Topic: Media Research Center
President Trump's fearmongering about low-income people moving into the suburbs was always a racial appeal, if not a racist dog whistle, but the Media Research Center wants you to think otherwise. Let's go back a little and examine how it did that.
A July 17 post by Duncan Schroeder was offended that CNN host W. Kamau Bell commented on Trump's assertion that Democrats will the suburbs by noting that "the suburbs were created for white flight: "Bell lied because the notion of 'white flight' is a myth that has no statistical basis." Actually, there are plenty of statistics to prove that white flight into the suburbs was very much a fact after World War II.
To bolster his claim that "African Americans have actually fled inner cities at higher rates than whites and the five largest suburbs in the U.S. have the fastest growing black populations in the U.S. No doubt to escape issues such as crime and poverty created by failed progressive policies," Schroeder's cited a column from right-wing columnist Walter Williams and a Fox News opinion piece by an employee of the right-wing Hudson Institute -- never mind that doing so contradicts his original assertion that white flight is a "myth."
When the Trump administration canceled a rule insituted under the Obama administration called Affirmatively Furthering Fair Housing that sought to ensure that communities had plans to address housing discrimination and degregation with Trump himself claiming that it would keep low-income housing out ofthe suburbs, the MRC -- as you'd expect from the media arm of the Trump campaign -- tried to downplay that aspect.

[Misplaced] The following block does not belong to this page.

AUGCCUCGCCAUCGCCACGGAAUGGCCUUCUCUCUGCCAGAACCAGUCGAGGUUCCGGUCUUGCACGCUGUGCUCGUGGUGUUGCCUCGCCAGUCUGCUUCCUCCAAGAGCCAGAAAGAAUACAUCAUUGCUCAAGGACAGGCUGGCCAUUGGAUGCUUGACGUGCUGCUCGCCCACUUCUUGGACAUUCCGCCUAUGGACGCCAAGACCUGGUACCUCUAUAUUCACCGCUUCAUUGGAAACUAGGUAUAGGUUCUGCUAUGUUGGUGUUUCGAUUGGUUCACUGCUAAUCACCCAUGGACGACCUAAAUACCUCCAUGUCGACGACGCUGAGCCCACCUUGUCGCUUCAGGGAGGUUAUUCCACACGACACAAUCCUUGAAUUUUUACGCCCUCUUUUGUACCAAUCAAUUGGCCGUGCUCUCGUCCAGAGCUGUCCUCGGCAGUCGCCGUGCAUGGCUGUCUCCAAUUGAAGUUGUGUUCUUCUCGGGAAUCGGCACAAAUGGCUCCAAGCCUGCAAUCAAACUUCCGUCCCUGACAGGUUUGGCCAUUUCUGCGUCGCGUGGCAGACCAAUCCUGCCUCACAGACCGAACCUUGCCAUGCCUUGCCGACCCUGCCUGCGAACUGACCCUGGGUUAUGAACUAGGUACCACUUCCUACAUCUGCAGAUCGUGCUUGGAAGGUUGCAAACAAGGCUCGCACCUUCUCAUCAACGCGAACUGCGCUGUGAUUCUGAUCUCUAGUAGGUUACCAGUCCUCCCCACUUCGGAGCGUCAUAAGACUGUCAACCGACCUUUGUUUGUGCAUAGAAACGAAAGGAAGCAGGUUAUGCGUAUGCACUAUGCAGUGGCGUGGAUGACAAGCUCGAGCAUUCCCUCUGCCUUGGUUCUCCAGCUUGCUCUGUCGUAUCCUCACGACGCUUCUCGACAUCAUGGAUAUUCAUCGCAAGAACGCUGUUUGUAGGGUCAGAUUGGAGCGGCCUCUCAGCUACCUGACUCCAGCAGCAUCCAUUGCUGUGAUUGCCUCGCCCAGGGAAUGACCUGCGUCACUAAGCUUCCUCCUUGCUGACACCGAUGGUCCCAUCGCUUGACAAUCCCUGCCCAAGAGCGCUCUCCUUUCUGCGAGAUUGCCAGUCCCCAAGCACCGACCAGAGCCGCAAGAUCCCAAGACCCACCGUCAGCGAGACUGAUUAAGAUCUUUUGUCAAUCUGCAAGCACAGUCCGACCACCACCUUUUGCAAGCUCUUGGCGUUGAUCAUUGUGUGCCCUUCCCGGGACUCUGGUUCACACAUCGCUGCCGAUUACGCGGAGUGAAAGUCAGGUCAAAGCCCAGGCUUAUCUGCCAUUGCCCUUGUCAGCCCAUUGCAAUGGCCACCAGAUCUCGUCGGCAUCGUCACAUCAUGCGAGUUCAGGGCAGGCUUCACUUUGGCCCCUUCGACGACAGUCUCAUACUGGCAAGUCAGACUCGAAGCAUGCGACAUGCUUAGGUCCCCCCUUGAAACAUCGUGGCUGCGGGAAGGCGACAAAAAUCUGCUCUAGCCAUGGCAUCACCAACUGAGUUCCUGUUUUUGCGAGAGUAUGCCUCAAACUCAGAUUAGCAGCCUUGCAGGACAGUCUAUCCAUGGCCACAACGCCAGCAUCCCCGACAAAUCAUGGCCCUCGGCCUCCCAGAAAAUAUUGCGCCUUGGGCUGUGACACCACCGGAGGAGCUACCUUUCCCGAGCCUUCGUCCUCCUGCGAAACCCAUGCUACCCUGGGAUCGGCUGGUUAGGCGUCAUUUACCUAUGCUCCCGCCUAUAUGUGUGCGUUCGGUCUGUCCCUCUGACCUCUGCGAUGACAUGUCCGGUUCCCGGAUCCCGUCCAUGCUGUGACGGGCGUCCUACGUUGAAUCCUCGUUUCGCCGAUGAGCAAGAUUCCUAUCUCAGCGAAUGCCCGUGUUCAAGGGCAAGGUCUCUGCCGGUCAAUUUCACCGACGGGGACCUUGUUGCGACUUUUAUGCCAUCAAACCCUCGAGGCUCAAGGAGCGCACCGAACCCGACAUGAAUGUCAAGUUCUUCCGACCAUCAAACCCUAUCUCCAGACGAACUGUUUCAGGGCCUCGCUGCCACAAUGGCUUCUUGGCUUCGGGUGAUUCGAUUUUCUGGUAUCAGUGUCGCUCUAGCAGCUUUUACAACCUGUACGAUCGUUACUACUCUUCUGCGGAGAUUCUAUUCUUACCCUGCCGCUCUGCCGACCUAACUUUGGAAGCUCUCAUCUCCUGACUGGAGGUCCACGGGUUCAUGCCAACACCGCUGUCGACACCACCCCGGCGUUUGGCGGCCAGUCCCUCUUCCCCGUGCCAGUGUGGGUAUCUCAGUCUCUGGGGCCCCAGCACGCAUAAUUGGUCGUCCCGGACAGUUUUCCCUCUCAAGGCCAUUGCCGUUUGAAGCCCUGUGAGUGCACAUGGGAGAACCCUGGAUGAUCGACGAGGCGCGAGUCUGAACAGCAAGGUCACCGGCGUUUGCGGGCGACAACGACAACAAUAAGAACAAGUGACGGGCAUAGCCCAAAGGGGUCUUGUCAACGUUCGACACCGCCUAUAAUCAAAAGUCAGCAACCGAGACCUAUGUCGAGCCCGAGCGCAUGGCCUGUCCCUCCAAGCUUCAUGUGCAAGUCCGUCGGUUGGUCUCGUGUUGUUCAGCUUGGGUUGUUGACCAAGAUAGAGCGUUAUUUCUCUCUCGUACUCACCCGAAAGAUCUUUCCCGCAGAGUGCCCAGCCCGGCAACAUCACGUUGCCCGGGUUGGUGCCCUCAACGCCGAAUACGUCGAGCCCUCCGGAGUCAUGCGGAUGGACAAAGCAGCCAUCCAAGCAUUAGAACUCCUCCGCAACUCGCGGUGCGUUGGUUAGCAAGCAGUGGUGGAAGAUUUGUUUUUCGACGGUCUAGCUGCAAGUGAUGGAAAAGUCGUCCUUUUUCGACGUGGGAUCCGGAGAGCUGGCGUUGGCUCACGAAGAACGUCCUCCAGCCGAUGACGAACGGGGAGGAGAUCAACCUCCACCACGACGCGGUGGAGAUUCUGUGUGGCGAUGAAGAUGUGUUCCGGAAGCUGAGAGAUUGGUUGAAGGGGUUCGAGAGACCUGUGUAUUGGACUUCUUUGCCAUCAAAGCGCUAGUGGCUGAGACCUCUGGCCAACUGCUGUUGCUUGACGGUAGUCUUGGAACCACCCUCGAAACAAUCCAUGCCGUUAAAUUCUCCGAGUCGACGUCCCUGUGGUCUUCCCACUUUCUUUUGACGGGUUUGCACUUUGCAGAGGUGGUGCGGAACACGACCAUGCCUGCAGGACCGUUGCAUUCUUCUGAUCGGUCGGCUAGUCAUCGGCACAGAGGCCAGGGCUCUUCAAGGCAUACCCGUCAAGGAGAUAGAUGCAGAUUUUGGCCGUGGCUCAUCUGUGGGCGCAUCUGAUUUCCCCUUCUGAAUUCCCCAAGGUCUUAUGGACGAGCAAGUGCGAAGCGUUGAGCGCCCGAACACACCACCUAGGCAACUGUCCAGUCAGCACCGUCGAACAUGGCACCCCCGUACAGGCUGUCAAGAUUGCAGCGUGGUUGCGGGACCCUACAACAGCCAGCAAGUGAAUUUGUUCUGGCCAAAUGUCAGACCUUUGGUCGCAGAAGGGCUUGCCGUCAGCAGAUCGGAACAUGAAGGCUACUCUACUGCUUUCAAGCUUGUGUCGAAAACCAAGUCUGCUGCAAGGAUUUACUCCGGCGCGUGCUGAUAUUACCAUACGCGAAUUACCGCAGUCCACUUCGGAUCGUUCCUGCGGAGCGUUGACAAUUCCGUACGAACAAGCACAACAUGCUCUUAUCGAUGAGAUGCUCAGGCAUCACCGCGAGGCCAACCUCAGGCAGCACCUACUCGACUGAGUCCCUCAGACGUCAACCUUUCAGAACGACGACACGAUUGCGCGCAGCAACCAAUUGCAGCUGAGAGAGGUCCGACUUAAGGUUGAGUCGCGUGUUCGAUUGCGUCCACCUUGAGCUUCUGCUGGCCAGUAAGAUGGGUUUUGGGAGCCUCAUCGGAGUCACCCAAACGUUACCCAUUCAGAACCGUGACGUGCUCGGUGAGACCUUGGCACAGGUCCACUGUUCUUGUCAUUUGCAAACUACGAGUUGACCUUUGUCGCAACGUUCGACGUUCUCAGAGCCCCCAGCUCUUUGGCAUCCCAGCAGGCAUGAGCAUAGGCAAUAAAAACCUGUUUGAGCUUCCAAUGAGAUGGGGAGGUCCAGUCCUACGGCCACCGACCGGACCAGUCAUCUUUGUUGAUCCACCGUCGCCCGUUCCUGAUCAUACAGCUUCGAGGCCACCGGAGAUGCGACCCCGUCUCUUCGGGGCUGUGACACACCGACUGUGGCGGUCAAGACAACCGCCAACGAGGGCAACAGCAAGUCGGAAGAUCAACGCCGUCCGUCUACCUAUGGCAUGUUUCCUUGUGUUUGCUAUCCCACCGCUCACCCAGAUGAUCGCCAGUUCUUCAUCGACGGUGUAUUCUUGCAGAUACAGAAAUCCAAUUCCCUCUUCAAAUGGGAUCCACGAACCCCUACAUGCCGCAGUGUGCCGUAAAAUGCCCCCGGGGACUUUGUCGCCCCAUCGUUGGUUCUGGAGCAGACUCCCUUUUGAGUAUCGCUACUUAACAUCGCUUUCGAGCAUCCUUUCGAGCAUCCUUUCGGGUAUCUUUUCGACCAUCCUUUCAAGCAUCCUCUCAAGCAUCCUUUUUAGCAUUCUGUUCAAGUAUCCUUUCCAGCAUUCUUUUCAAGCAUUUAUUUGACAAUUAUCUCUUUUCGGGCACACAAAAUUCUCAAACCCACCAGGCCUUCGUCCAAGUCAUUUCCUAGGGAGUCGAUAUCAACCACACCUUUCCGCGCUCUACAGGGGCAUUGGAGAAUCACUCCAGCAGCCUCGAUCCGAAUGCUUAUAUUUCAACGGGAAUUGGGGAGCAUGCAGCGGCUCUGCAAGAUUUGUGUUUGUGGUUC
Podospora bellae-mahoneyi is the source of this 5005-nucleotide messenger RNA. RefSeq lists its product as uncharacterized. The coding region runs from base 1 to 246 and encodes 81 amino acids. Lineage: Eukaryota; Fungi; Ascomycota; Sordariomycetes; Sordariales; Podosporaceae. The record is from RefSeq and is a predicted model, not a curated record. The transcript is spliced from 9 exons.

A July 30 post by Kristine Marsh dismissed the rule as "radical government overreach" and highlighted "years of conservative criticism to the unfair housing rule which puts local governments and homeowners’ decisions into the hands of the federal government." She linked to a 2015 MRC post uncritically quoting then-Fox News host Megyn Kelly fearmongering that the rule would "regulate and enforce the diversity of neighborhoods (and particularly wealthy ones)."
Schroeder returned on July 31 to declare that the AFFH rule as an "Obama power grab"and claimed that a CNN correspondent "unabashedly lied by claiming that Trump rescinded the policy to appeal to 'white suburban voters' and to inflame 'racial divisions and the racial culture wars.'" Denying the racial aspect, Schroeder followed the MRC narrative by insisting:
Conservatives, including Secretary of Housing and Urban Development Ben Carson, have long opposed the AFFH. They opposed the policy because it enabled the federal government to bypass local governments and homeowners by charging the federal government with planning their neighborhoods for them. The policy increased local taxes by requiring towns to build larger water and sewer lines, add mass transportation, and increase school sizes and social services. Stanley Kurtz of the Ethics and Public Policy Center wrote that the policy perverted the intention of 1968 Fair Housing Act through “federal overreach on steroids” which “nullifies the very idea of legislative democracy.”